MENUMENU

Chrome update adds tool to permanently mute autoplay videos

Google

These simple steps make the internet a lot less frustrating.

The long-awaited Chrome feature that leaked last year has finally arrived. You can now mute autoplay videos on Google Chrome.

Before, Google Chrome users could right-click on a website’s tab at the top of their display and choose “Mute Tab” to temporarily turn off all sounds from an offending webpage. That feature has been replaced with a “Mute Site” option that will quiet an entire website forever.

How to block autoplay videos on Google Chrome

1. Before you can use the feature, you’ll have to update your Chrome browser. Just open up Chrome and select the three vertical dots in the top right corner. If an update is pending, it will display in green, orange, or red, from the drop-down menu. If you don’t see anything, hover over “Help” and select “About Google Chrome.” Here, you’ll see your browser’s version number and Chrome will manually look for updates. Once Chrome updates to version 64, you’ll need to relaunch the browser to get all the new features and fixes.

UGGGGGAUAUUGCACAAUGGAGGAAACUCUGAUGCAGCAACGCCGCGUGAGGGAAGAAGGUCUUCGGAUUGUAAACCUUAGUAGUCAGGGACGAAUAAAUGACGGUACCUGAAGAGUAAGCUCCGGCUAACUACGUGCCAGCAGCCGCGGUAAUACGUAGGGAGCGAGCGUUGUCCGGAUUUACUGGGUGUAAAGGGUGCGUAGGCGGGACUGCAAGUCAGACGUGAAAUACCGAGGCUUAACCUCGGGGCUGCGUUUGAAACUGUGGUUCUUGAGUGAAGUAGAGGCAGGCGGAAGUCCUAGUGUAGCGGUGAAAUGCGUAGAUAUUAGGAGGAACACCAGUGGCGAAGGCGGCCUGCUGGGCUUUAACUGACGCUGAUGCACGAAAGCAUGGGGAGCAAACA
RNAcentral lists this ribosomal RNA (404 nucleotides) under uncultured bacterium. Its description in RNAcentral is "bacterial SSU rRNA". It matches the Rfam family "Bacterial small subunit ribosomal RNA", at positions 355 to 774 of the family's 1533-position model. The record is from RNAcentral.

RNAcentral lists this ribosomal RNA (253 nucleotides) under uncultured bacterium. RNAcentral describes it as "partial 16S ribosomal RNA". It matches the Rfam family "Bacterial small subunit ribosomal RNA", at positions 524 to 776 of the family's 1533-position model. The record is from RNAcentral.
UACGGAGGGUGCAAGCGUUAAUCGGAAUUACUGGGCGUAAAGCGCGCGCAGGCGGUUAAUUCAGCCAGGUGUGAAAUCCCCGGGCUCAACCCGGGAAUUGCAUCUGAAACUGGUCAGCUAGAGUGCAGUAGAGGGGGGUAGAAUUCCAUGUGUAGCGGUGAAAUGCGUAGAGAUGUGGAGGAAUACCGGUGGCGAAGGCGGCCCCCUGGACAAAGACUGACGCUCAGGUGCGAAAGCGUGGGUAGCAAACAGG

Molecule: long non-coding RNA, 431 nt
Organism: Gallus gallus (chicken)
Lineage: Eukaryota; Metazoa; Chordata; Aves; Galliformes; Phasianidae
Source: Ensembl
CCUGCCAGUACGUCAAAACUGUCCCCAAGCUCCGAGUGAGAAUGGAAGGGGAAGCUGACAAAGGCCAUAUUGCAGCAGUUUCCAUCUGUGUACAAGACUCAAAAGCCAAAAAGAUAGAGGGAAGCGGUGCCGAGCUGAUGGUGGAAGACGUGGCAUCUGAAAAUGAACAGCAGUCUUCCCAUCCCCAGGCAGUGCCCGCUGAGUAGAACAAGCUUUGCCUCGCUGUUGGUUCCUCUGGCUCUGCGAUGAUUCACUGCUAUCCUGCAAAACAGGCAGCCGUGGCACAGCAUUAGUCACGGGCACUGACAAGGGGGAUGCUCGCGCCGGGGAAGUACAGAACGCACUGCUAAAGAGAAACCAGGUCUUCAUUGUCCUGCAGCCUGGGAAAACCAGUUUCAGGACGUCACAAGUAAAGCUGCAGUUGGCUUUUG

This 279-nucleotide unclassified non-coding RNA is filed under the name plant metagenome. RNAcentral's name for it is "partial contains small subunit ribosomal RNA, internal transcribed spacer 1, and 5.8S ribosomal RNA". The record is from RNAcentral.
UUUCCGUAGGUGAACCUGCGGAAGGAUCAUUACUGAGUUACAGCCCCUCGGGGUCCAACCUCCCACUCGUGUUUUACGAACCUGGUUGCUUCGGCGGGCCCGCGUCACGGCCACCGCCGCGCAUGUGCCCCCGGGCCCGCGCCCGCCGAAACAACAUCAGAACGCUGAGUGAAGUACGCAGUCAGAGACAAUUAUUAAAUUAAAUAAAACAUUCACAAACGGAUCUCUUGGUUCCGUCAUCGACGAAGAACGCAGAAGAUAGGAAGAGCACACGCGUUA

If you can’t find it, don’t worry, Google is rolling out the update over the coming “days/weeks.”

how to mute autoplay videos google chrome Daily Dot

2. Muting websites is very simple once you have version 64 of Chrome pulled up. Just right-click on a website’s tab at the top of your browser and select “Mute Site” (Hint: a tiny microphone icon indicates when a site is playing audio). That’s it. Once you’ve muted the site, you’ll no longer hear audio from it. If you want to unmute, simply right-click the tab again and press the “Unmute Site” option.

google chrome mute site autoplay video The Daily Dot

Now, the next time an embarrassing autoplay video blares through your speakers, you can stop it in its tracks and make sure it never happens again.

Phillip Tracy

Phillip Tracy

Phillip Tracy is a former technology staff writer at the Daily Dot. He's an expert on smartphones, social media trends, and gadgets. He previously reported on IoT and telecom for RCR Wireless News and contributed to NewBay Media magazine. He now writes for Laptop magazine.